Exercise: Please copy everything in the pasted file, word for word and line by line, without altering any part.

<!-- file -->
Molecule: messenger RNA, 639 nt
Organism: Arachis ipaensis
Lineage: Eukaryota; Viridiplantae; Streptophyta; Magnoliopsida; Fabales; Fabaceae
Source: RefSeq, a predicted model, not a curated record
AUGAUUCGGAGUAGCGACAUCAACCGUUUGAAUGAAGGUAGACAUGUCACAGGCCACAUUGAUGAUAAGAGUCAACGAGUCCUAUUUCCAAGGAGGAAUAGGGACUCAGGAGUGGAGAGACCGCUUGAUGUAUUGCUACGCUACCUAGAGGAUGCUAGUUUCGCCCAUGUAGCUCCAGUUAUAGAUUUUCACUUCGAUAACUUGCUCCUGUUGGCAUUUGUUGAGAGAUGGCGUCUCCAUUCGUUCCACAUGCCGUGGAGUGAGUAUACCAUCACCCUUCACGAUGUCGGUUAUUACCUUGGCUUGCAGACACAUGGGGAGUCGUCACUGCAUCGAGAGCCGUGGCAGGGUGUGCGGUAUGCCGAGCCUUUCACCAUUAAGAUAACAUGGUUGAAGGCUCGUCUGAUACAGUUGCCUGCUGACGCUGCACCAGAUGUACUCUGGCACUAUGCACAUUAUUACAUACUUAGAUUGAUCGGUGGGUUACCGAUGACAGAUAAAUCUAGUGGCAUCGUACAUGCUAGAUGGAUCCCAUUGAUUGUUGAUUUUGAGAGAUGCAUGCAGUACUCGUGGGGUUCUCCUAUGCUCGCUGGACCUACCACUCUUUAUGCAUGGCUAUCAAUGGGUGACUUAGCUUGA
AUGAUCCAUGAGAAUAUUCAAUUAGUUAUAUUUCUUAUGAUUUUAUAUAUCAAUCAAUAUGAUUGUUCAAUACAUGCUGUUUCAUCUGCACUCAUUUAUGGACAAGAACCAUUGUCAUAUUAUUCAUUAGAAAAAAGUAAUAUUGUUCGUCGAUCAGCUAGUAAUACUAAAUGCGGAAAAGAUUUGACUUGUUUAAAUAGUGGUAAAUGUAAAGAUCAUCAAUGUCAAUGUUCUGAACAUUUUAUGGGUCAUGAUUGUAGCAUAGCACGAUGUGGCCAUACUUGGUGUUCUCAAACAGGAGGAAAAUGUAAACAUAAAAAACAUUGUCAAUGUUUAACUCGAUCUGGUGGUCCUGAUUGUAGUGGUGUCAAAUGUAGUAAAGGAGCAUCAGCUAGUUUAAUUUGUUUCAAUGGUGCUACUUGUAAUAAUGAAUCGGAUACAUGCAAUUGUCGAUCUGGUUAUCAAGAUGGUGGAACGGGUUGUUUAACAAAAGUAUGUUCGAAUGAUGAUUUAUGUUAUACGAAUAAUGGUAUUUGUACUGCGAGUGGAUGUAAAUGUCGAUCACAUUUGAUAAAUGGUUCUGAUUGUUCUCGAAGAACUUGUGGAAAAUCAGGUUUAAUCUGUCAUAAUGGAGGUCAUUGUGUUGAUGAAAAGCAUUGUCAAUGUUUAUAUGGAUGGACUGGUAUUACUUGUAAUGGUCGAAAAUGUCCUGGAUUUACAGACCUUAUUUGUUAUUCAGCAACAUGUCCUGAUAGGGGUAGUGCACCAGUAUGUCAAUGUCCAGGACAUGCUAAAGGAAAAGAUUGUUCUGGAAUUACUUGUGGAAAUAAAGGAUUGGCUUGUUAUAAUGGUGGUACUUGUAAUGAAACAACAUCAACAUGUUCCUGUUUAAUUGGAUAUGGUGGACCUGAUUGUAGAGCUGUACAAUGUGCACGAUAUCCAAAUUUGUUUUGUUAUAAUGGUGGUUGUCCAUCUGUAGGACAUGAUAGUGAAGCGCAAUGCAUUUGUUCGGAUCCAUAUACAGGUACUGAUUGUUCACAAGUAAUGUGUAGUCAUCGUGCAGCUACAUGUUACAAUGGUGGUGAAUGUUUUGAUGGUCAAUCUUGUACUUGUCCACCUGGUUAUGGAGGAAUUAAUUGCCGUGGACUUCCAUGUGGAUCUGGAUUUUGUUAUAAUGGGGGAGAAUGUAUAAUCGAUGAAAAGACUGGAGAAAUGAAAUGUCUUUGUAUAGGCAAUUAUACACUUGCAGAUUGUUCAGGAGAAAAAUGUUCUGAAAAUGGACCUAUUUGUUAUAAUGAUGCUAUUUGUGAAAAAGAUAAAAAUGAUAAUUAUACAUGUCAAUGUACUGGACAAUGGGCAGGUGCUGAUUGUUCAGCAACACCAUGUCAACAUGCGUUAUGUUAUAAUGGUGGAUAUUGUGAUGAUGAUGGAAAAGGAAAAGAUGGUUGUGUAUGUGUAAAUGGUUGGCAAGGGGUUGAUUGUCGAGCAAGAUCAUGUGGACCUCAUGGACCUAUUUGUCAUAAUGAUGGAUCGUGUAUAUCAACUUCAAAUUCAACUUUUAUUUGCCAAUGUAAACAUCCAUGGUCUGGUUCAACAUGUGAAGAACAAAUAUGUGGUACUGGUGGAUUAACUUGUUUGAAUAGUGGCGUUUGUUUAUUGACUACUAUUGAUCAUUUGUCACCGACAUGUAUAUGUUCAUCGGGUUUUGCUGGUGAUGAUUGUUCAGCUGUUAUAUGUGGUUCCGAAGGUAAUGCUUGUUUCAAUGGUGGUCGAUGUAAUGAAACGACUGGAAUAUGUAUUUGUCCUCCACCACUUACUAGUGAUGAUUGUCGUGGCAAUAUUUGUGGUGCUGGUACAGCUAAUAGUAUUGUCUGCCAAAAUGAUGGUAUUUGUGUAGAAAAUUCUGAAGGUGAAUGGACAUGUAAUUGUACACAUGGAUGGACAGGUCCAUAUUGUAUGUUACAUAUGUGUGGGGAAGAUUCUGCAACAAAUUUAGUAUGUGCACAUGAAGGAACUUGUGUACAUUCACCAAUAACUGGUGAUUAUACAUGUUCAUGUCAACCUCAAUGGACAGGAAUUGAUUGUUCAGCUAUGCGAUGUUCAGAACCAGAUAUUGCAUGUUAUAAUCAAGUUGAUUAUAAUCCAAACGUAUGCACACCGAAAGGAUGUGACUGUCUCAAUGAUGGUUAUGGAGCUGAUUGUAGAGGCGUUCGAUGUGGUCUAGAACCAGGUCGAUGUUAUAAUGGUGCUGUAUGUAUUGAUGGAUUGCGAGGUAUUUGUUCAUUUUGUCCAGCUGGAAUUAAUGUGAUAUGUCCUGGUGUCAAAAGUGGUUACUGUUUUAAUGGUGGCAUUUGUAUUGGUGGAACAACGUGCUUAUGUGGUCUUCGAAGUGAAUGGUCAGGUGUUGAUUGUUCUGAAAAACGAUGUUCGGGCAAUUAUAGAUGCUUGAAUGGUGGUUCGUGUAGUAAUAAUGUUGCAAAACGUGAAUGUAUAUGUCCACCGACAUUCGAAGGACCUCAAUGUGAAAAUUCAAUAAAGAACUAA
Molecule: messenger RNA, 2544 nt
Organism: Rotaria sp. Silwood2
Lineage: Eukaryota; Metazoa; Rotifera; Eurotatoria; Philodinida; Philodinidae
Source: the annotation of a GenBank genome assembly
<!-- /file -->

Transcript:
Molecule: messenger RNA, 639 nt
Organism: Arachis ipaensis
Lineage: Eukaryota; Viridiplantae; Streptophyta; Magnoliopsida; Fabales; Fabaceae
Source: RefSeq, a predicted model, not a curated record
AUGAUUCGGAGUAGCGACAUCAACCGUUUGAAUGAAGGUAGACAUGUCACAGGCCACAUUGAUGAUAAGAGUCAACGAGUCCUAUUUCCAAGGAGGAAUAGGGACUCAGGAGUGGAGAGACCGCUUGAUGUAUUGCUACGCUACCUAGAGGAUGCUAGUUUCGCCCAUGUAGCUCCAGUUAUAGAUUUUCACUUCGAUAACUUGCUCCUGUUGGCAUUUGUUGAGAGAUGGCGUCUCCAUUCGUUCCACAUGCCGUGGAGUGAGUAUACCAUCACCCUUCACGAUGUCGGUUAUUACCUUGGCUUGCAGACACAUGGGGAGUCGUCACUGCAUCGAGAGCCGUGGCAGGGUGUGCGGUAUGCCGAGCCUUUCACCAUUAAGAUAACAUGGUUGAAGGCUCGUCUGAUACAGUUGCCUGCUGACGCUGCACCAGAUGUACUCUGGCACUAUGCACAUUAUUACAUACUUAGAUUGAUCGGUGGGUUACCGAUGACAGAUAAAUCUAGUGGCAUCGUACAUGCUAGAUGGAUCCCAUUGAUUGUUGAUUUUGAGAGAUGCAUGCAGUACUCGUGGGGUUCUCCUAUGCUCGCUGGACCUACCACUCUUUAUGCAUGGCUAUCAAUGGGUGACUUAGCUUGA
AUGAUCCAUGAGAAUAUUCAAUUAGUUAUAUUUCUUAUGAUUUUAUAUAUCAAUCAAUAUGAUUGUUCAAUACAUGCUGUUUCAUCUGCACUCAUUUAUGGACAAGAACCAUUGUCAUAUUAUUCAUUAGAAAAAAGUAAUAUUGUUCGUCGAUCAGCUAGUAAUACUAAAUGCGGAAAAGAUUUGACUUGUUUAAAUAGUGGUAAAUGUAAAGAUCAUCAAUGUCAAUGUUCUGAACAUUUUAUGGGUCAUGAUUGUAGCAUAGCACGAUGUGGCCAUACUUGGUGUUCUCAAACAGGAGGAAAAUGUAAACAUAAAAAACAUUGUCAAUGUUUAACUCGAUCUGGUGGUCCUGAUUGUAGUGGUGUCAAAUGUAGUAAAGGAGCAUCAGCUAGUUUAAUUUGUUUCAAUGGUGCUACUUGUAAUAAUGAAUCGGAUACAUGCAAUUGUCGAUCUGGUUAUCAAGAUGGUGGAACGGGUUGUUUAACAAAAGUAUGUUCGAAUGAUGAUUUAUGUUAUACGAAUAAUGGUAUUUGUACUGCGAGUGGAUGUAAAUGUCGAUCACAUUUGAUAAAUGGUUCUGAUUGUUCUCGAAGAACUUGUGGAAAAUCAGGUUUAAUCUGUCAUAAUGGAGGUCAUUGUGUUGAUGAAAAGCAUUGUCAAUGUUUAUAUGGAUGGACUGGUAUUACUUGUAAUGGUCGAAAAUGUCCUGGAUUUACAGACCUUAUUUGUUAUUCAGCAACAUGUCCUGAUAGGGGUAGUGCACCAGUAUGUCAAUGUCCAGGACAUGCUAAAGGAAAAGAUUGUUCUGGAAUUACUUGUGGAAAUAAAGGAUUGGCUUGUUAUAAUGGUGGUACUUGUAAUGAAACAACAUCAACAUGUUCCUGUUUAAUUGGAUAUGGUGGACCUGAUUGUAGAGCUGUACAAUGUGCACGAUAUCCAAAUUUGUUUUGUUAUAAUGGUGGUUGUCCAUCUGUAGGACAUGAUAGUGAAGCGCAAUGCAUUUGUUCGGAUCCAUAUACAGGUACUGAUUGUUCACAAGUAAUGUGUAGUCAUCGUGCAGCUACAUGUUACAAUGGUGGUGAAUGUUUUGAUGGUCAAUCUUGUACUUGUCCACCUGGUUAUGGAGGAAUUAAUUGCCGUGGACUUCCAUGUGGAUCUGGAUUUUGUUAUAAUGGGGGAGAAUGUAUAAUCGAUGAAAAGACUGGAGAAAUGAAAUGUCUUUGUAUAGGCAAUUAUACACUUGCAGAUUGUUCAGGAGAAAAAUGUUCUGAAAAUGGACCUAUUUGUUAUAAUGAUGCUAUUUGUGAAAAAGAUAAAAAUGAUAAUUAUACAUGUCAAUGUACUGGACAAUGGGCAGGUGCUGAUUGUUCAGCAACACCAUGUCAACAUGCGUUAUGUUAUAAUGGUGGAUAUUGUGAUGAUGAUGGAAAAGGAAAAGAUGGUUGUGUAUGUGUAAAUGGUUGGCAAGGGGUUGAUUGUCGAGCAAGAUCAUGUGGACCUCAUGGACCUAUUUGUCAUAAUGAUGGAUCGUGUAUAUCAACUUCAAAUUCAACUUUUAUUUGCCAAUGUAAACAUCCAUGGUCUGGUUCAACAUGUGAAGAACAAAUAUGUGGUACUGGUGGAUUAACUUGUUUGAAUAGUGGCGUUUGUUUAUUGACUACUAUUGAUCAUUUGUCACCGACAUGUAUAUGUUCAUCGGGUUUUGCUGGUGAUGAUUGUUCAGCUGUUAUAUGUGGUUCCGAAGGUAAUGCUUGUUUCAAUGGUGGUCGAUGUAAUGAAACGACUGGAAUAUGUAUUUGUCCUCCACCACUUACUAGUGAUGAUUGUCGUGGCAAUAUUUGUGGUGCUGGUACAGCUAAUAGUAUUGUCUGCCAAAAUGAUGGUAUUUGUGUAGAAAAUUCUGAAGGUGAAUGGACAUGUAAUUGUACACAUGGAUGGACAGGUCCAUAUUGUAUGUUACAUAUGUGUGGGGAAGAUUCUGCAACAAAUUUAGUAUGUGCACAUGAAGGAACUUGUGUACAUUCACCAAUAACUGGUGAUUAUACAUGUUCAUGUCAACCUCAAUGGACAGGAAUUGAUUGUUCAGCUAUGCGAUGUUCAGAACCAGAUAUUGCAUGUUAUAAUCAAGUUGAUUAUAAUCCAAACGUAUGCACACCGAAAGGAUGUGACUGUCUCAAUGAUGGUUAUGGAGCUGAUUGUAGAGGCGUUCGAUGUGGUCUAGAACCAGGUCGAUGUUAUAAUGGUGCUGUAUGUAUUGAUGGAUUGCGAGGUAUUUGUUCAUUUUGUCCAGCUGGAAUUAAUGUGAUAUGUCCUGGUGUCAAAAGUGGUUACUGUUUUAAUGGUGGCAUUUGUAUUGGUGGAACAACGUGCUUAUGUGGUCUUCGAAGUGAAUGGUCAGGUGUUGAUUGUUCUGAAAAACGAUGUUCGGGCAAUUAUAGAUGCUUGAAUGGUGGUUCGUGUAGUAAUAAUGUUGCAAAACGUGAAUGUAUAUGUCCACCGACAUUCGAAGGACCUCAAUGUGAAAAUUCAAUAAAGAACUAA
Molecule: messenger RNA, 2544 nt
Organism: Rotaria sp. Silwood2
Lineage: Eukaryota; Metazoa; Rotifera; Eurotatoria; Philodinida; Philodinidae
Source: the annotation of a GenBank genome assembly